How to get started with watercolour?
Have you fallen in love with watercolour? Do you feel overwhelmed with all the stuff you should learn just to get started? Well, this blog post is for you.
Watercolour is not a difficult technique, but you’ll have a much more enjoyable – and much less frustrated – learning process if someone walks you through the basics step-by-step. The good news is that this post will uncover these steps.
1. Choose the right materials
When you’re just starting out and don’t know whether you’ll like this technique or not, you don’t want to pay a lot of money on art supplies. Nevertheless, you don’t want to work with poor quality materials either because you wouldn’t feel like taking them out and practice, which is essential if you want to improve your skills.
One beautiful aspect of watercolour is that you don’t have to spend a lot of money to get started. However, there are a few supplies worth investing in, otherwise your watercolour painting will never look the way it should.
It is important to know that we differentiate between „student grade” and „artist grade” materials. Student grade supplies are cheaper and of lesser quality, but they are perfect for the beginner painter. Artist grade supplies are way more expensive – and consequently, better quality – but if you’re only getting started, student grade materials will do perfectly.
You basically need 3 important things for your starter kit:
- watercolour paint
- watercolour paper and
- watercolour brushes
My favourite brand of watercolour paint is Koh-i-noor’s Anilinky. It’s definitely on the cheap end of paints, yet the colours are really bright and vibrant, and the paints are transparent. The colour selection also makes it perfect for practicing colour mixing. On the down side, its lightfastness is not brilliant, so it might be wise to digitize your work.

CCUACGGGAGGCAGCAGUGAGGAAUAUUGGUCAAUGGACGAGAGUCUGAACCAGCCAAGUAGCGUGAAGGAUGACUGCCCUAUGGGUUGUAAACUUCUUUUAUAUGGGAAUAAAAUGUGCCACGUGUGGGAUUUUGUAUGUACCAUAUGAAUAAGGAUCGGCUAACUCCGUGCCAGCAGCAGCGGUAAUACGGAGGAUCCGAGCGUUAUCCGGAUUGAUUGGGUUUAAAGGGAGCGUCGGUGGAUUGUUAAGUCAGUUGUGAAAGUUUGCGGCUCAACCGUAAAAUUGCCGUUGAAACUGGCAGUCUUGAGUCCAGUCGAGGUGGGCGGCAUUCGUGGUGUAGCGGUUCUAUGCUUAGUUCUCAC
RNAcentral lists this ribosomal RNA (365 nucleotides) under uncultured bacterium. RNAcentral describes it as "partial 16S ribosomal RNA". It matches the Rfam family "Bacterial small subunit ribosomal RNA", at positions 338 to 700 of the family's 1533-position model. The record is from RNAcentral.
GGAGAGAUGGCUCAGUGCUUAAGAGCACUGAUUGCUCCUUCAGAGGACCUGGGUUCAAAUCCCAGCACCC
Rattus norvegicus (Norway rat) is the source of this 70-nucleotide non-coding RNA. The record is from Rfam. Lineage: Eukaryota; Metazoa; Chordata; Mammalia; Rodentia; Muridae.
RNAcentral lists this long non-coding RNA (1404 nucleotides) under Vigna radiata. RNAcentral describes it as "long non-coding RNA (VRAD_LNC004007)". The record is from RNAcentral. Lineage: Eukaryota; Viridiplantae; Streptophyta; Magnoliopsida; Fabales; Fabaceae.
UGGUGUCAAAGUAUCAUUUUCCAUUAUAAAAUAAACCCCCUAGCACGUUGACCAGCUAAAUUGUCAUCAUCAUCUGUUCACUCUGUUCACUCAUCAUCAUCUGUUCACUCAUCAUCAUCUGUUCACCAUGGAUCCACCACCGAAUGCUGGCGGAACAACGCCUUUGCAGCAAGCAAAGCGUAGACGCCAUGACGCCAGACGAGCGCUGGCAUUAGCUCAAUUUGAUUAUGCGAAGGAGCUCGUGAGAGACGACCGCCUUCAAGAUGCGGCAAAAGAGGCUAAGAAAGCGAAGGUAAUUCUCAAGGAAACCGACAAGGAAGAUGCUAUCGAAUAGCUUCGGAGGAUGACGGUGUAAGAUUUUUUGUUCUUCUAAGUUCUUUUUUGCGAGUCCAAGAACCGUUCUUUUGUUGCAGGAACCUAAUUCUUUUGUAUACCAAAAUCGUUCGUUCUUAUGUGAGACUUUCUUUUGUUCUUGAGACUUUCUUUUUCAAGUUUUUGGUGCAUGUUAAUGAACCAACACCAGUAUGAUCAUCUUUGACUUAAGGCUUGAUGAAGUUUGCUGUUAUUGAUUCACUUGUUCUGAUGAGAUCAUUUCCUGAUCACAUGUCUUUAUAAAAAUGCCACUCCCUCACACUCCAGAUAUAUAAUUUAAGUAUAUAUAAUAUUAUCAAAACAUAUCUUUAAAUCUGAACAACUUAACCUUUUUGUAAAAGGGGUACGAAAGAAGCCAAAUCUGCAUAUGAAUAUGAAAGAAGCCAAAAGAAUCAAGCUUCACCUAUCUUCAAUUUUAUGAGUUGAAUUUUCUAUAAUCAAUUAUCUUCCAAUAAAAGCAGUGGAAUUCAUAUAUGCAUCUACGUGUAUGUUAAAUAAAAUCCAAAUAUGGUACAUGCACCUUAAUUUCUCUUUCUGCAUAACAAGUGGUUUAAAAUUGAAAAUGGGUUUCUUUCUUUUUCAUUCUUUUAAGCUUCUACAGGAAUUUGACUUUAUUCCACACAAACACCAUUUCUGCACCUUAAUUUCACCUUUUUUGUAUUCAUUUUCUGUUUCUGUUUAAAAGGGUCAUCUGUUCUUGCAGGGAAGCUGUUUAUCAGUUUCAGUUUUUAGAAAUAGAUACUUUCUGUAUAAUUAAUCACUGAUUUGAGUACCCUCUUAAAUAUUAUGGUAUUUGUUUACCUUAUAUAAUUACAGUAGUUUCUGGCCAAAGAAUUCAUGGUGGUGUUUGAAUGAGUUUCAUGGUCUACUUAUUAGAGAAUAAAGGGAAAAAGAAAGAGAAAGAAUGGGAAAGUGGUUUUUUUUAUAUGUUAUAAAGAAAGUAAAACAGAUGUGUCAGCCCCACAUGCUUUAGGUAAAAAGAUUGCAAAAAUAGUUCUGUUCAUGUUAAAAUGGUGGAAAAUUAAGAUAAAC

If you don’t have access to Anilinky, you can try Winsor & Newton’s Cotman series or Daniel Smith Extra Fine Essentials.
Learn more about the difference between student and artist grade watercolour paints here.
It is pretty easy to go wrong with brushes when you are just starting out. Watercolour brushes are designed to hold the maximum amount of water and are therefore quite different from brushes created for thicker mediums like acrylics or oils. Again, you don’t need to spend an arm and a leg on artist grade brushes for your first experiments, synthethic student grade watercolour brushes are perfect. The best way to go is to pick 2 pointed round brushes, one in smaller (2-4) and one in larger (8-10) size and experiment. I have written an extensive article on watercolour brushes here. One of my favourite collections is Zen Art Supplies’ Black Tulip brush set, which will include all your basic shapes and sizes.